Engineering faculty and friends
  of Dean Withey - Portrait of the dean
1953 Short Course Class          55
Alexander and Margaret Stewart
  Trust for cancer research   45,000
Walt Disney Productions          50
Madison Elks Club ----------    587
A. C. Nielsen Co.....A factual survey
                   on WHA listeners
American Cancer Society, Wis.
  Div. -----------------------  500
Alexander Grant and Co.         250
Dr. Harwin J. Brown --------     25
Dairy and food industries dept.
  staff and grad students       623
Wisconsin Heart Assn. -    Electronic
                          cardioscope
Milwaukee A s s n. Purchasing
  Agents------------------
Friends and relatives of the late
  Royal H. Kanies----------
              Grants
Abbott Laboratories
E. I. duPont de Nemours & Co.
Wisconsin Utilities Assn.
American Heart Assn .--------
The Upjohn Co.------------
American Cancer Society, Inc. _
Fort Dodge Laboratories, Inc. __
W. K. Kellogg Foundation ---
Ford Foundation Fund for the
  Advancement of Education --
National Science Foundation __
Shell Chemical Corp.
Institute of Life Insurance
King Edward, Bloch Bros.,
  Badger State and E. M. Bek-
  kedal tobacco companies, and
  Wis. Coop. Tobacco Growers
  Assn.--------------------
Rockefeller Foundation-
250
208
  2,000
  500
111,950
  4,200
  3,600
  68,724
  220
  5,980
186,000
16,000
  2,100
  9,500
  2,450
  76,000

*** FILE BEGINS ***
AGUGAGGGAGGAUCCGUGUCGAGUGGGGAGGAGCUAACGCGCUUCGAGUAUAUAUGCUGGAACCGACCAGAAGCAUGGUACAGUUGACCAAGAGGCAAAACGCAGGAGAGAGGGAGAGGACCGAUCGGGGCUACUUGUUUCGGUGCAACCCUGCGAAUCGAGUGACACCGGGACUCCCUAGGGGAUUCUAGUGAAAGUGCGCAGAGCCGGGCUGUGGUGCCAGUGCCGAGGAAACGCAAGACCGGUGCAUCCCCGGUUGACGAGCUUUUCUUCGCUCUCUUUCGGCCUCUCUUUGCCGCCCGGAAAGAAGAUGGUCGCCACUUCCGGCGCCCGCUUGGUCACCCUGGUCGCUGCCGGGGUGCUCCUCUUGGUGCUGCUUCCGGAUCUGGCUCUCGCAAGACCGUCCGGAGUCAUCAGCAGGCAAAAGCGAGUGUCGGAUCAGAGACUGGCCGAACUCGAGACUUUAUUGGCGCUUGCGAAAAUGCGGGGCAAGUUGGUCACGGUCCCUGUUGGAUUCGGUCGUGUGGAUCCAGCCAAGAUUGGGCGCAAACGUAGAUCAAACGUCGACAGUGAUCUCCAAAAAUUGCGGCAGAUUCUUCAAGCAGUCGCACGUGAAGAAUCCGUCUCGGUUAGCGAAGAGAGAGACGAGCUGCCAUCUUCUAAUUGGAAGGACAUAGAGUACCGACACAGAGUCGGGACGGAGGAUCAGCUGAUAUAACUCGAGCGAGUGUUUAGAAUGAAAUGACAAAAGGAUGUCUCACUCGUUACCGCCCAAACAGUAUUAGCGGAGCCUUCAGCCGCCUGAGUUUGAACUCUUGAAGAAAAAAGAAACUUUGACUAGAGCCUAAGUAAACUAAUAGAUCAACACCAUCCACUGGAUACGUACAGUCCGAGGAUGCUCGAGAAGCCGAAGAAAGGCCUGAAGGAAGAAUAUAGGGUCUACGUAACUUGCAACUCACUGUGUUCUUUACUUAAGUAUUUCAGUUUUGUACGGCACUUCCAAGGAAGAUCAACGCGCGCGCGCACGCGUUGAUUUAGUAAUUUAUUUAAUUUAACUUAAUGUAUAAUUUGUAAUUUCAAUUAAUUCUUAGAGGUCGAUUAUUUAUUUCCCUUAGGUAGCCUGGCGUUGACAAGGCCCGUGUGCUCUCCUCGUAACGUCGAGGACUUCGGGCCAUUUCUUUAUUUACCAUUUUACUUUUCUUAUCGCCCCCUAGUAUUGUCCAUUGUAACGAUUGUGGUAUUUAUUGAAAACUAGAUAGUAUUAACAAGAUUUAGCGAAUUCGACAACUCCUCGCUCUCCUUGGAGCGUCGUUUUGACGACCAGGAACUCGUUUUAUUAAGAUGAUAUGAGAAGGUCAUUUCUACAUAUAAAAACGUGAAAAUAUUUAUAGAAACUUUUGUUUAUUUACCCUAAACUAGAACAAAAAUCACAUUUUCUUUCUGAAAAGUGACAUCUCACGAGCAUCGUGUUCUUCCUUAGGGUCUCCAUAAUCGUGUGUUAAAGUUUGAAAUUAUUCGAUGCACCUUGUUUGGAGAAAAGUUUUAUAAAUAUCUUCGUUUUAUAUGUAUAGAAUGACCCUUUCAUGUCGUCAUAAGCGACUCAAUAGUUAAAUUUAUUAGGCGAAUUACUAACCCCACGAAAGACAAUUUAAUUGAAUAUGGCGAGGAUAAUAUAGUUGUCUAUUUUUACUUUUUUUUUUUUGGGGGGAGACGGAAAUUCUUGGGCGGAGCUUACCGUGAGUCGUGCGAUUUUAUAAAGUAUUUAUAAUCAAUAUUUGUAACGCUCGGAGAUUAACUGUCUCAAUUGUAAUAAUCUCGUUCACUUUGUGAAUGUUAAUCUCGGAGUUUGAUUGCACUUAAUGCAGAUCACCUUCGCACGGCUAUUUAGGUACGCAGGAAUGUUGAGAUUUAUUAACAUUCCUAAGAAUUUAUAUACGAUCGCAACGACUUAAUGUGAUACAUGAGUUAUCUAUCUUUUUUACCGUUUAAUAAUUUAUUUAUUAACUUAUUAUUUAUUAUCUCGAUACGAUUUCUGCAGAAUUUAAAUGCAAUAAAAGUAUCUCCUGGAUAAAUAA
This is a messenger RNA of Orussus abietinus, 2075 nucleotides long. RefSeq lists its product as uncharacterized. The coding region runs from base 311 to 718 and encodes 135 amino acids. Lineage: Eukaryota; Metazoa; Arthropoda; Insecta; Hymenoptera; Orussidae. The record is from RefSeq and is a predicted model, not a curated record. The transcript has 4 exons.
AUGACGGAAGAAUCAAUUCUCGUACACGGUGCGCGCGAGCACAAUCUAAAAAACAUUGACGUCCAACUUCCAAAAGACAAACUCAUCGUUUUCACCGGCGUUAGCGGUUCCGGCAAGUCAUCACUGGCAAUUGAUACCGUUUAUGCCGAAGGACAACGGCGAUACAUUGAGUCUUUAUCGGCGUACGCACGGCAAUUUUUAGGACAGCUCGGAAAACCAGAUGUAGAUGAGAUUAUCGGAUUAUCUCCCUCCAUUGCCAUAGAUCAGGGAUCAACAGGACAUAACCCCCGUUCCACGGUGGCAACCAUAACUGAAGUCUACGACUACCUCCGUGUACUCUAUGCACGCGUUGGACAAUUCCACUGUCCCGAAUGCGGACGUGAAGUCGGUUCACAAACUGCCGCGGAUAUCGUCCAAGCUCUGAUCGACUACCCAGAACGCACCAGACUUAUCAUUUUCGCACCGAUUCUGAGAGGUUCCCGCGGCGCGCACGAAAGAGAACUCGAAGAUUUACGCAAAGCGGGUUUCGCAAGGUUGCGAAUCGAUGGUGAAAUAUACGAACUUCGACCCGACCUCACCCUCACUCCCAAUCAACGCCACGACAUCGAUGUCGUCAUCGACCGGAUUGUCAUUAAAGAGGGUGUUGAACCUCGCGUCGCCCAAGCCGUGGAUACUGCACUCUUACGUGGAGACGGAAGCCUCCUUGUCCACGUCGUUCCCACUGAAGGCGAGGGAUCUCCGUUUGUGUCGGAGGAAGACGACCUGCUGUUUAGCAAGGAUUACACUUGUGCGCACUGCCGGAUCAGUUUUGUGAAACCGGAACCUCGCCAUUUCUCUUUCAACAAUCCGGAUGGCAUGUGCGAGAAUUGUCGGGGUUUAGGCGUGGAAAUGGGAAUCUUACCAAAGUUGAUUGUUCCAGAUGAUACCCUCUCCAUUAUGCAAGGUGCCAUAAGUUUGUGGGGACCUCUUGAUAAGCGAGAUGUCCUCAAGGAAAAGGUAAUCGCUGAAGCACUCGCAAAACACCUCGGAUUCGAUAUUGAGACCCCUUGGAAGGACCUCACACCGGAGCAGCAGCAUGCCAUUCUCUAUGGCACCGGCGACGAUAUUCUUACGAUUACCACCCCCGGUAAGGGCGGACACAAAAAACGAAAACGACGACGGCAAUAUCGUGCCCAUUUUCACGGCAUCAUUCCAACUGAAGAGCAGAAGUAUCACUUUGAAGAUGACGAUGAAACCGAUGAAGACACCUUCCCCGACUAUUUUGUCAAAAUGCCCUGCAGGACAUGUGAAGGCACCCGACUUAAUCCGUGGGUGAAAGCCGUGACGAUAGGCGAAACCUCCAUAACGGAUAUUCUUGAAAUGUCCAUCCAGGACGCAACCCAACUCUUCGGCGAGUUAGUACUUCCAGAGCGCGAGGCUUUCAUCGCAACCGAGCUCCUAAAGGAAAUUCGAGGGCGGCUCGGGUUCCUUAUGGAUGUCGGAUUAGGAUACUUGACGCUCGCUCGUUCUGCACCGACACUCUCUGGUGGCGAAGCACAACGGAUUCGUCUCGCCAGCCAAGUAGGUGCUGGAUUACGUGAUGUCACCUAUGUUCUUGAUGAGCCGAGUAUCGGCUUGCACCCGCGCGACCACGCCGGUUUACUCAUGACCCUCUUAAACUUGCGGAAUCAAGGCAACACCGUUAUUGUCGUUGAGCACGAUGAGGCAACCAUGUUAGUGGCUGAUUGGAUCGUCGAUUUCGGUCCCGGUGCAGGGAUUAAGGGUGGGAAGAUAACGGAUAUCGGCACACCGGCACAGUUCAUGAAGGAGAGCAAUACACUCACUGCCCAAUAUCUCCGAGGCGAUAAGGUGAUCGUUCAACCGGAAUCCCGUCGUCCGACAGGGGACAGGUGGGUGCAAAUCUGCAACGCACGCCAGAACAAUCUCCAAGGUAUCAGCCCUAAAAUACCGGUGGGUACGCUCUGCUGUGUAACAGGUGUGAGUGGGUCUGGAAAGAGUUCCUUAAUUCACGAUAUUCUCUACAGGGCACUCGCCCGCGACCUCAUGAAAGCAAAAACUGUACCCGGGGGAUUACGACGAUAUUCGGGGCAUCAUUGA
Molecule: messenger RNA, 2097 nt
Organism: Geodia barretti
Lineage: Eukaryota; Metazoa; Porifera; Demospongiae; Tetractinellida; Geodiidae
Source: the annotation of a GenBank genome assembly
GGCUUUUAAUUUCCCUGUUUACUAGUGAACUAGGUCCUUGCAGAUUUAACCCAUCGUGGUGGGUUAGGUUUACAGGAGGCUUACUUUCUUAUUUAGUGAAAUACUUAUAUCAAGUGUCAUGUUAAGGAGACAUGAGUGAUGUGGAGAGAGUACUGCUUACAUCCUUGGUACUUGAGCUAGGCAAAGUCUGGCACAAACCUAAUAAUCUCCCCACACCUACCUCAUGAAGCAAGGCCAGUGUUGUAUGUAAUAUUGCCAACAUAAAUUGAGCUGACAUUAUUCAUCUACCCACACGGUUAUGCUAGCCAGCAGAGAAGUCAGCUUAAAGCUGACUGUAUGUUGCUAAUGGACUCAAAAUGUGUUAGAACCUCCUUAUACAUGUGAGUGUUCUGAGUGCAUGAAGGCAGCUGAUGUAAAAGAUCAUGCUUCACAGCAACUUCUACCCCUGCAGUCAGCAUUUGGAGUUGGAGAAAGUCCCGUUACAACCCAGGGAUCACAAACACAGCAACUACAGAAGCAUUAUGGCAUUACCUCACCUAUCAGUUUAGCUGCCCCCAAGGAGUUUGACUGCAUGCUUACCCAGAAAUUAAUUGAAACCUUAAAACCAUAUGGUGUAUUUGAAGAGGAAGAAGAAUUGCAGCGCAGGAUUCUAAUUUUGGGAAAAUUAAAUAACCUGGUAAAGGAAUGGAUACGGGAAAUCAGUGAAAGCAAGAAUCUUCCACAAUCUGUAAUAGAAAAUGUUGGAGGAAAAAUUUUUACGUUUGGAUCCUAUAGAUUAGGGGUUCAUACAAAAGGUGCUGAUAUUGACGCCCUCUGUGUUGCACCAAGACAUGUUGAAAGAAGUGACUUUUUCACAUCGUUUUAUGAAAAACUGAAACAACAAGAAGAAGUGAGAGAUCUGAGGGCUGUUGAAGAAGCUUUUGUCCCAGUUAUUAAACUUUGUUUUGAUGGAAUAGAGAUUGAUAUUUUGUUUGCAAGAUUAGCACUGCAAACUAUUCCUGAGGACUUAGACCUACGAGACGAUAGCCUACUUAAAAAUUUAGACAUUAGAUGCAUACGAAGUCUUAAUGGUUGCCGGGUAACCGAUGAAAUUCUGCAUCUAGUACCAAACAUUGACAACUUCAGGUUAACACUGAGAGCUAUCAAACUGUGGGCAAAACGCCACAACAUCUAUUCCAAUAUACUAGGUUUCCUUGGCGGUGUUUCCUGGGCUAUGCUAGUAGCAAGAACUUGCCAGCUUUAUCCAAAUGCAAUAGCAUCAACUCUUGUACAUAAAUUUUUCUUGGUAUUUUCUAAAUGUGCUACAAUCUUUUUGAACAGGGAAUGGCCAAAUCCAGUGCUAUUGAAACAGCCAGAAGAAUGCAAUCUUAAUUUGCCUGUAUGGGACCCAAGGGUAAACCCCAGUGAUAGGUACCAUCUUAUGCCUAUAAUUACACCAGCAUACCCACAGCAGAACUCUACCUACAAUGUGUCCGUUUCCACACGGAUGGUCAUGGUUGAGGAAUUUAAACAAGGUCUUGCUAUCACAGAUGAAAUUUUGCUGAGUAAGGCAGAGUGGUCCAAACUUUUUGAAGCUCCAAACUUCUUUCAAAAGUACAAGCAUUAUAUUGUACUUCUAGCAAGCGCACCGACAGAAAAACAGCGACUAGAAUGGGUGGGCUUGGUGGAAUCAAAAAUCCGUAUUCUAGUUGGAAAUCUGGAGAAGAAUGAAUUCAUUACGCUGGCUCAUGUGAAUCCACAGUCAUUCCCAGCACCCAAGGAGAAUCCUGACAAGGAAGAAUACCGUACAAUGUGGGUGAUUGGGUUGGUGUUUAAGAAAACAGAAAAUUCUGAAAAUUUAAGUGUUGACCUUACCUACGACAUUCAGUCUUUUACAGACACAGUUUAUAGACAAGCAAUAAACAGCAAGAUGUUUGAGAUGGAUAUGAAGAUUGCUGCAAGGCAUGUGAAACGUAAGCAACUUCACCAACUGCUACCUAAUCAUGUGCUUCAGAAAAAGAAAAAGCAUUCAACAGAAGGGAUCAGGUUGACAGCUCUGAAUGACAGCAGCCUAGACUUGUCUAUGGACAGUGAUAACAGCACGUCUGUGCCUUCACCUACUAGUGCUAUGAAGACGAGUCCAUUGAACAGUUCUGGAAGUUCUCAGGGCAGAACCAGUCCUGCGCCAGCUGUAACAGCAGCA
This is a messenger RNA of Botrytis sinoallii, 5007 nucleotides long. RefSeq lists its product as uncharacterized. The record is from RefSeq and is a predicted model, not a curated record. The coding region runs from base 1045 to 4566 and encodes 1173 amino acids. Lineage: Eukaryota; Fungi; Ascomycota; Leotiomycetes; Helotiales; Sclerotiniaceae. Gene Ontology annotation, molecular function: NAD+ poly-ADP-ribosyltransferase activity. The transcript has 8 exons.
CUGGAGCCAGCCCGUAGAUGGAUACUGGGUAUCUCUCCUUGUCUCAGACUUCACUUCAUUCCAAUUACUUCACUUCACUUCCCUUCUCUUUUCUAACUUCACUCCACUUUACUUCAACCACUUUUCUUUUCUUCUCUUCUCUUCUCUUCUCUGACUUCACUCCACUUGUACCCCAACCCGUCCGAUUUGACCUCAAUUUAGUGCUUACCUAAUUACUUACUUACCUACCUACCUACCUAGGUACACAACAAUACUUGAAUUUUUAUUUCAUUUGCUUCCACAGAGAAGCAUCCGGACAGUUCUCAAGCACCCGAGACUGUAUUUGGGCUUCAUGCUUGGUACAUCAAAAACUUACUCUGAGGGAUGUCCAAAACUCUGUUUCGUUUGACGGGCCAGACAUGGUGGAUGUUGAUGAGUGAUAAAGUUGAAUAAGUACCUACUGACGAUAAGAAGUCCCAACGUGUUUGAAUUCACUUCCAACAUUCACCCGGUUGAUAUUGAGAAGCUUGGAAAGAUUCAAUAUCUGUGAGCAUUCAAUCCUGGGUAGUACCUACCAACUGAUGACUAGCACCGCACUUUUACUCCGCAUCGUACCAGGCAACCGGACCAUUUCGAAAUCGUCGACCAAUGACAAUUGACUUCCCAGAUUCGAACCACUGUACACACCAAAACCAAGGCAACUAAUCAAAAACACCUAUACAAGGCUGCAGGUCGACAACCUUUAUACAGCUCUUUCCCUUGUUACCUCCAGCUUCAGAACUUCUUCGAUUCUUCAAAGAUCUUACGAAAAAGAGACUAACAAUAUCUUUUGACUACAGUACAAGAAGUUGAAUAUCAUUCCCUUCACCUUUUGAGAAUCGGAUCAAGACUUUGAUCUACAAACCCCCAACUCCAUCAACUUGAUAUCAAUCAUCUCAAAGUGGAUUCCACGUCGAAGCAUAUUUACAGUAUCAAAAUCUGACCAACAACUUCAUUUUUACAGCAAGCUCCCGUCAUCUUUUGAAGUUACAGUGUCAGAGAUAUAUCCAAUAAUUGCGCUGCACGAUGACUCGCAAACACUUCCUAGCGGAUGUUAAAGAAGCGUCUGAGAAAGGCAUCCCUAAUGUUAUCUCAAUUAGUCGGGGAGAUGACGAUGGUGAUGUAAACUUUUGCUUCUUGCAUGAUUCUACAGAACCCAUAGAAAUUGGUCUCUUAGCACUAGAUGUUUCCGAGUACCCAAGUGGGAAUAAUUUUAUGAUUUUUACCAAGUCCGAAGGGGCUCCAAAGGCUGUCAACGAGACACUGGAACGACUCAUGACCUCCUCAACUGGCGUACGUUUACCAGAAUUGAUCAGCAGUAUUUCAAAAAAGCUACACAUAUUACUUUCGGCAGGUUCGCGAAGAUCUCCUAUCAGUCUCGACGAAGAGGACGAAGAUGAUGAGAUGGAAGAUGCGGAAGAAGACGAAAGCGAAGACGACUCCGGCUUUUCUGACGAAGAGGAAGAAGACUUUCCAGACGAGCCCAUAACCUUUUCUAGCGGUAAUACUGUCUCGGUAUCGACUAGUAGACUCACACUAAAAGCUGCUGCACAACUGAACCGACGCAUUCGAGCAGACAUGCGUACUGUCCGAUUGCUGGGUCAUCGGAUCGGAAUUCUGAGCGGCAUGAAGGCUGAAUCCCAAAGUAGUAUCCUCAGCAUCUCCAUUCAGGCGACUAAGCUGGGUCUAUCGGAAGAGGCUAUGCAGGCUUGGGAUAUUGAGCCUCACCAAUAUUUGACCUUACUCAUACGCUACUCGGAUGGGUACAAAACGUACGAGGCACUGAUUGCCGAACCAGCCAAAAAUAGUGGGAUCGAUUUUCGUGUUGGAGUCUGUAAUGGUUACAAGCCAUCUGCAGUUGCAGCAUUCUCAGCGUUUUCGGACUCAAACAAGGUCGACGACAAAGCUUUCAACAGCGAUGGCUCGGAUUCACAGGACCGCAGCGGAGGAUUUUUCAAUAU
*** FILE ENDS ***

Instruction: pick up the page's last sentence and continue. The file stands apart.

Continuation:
Under the policy approved, University
teaching and research would be lowered
to the 1951-52 level, and non-academic
services cut 10 to 15 per cent below last
year's level. The money available for
these services will be $394,120 less
next year than was available back in
1951-52.
   In another action, the Regents de-
cided to go along with the suggestion
of the Legislature's Joint Finance Com-
mittee that tuition fees be increased, so
that further cutbacks in operation could
be avoided. The Regents, in fact, went
further than   suggested  in  adjusting
non-resident fees.
  The Regents approved fee increases
of $30 for the academic year for Wis-
consin residents. This would bring total
resident fees to $180, contrasted with
the present $150. aNon-resident tuition,
however, was set at $500 a year, $50
more than at present.
  The fee increases were opposed by
former Gov. Oscar Rennebohm, who
objected to changing "a fundamental
principle of higher education in Wis-
consin.
  The Regents also decided to raise
Summer Session fees from $60 to $70,
along with all per-credit and special
fees.
  Readjustment to the new budget was
made more difficult, UW officials said,
because the legislative estimate of fee
income resulting from a $30 per year
increase was h i g h. The legislators
didn't take into consideration the nor-
mal drop-off of students the second
semester and the fee-remission scholar-
ships.
  Study indicates, too, that not more
than $20,000 to $30,000 can be raised
by hiking charges for adult education.
The Legislature had estimated t ha t
$250,000 a year could be obtained in
this fashion. But the Regent policy calls
for "maximum fees w h i c h can be
charged without adverse effect on in
come or on educational programs."
                                    13
- MAY, 1953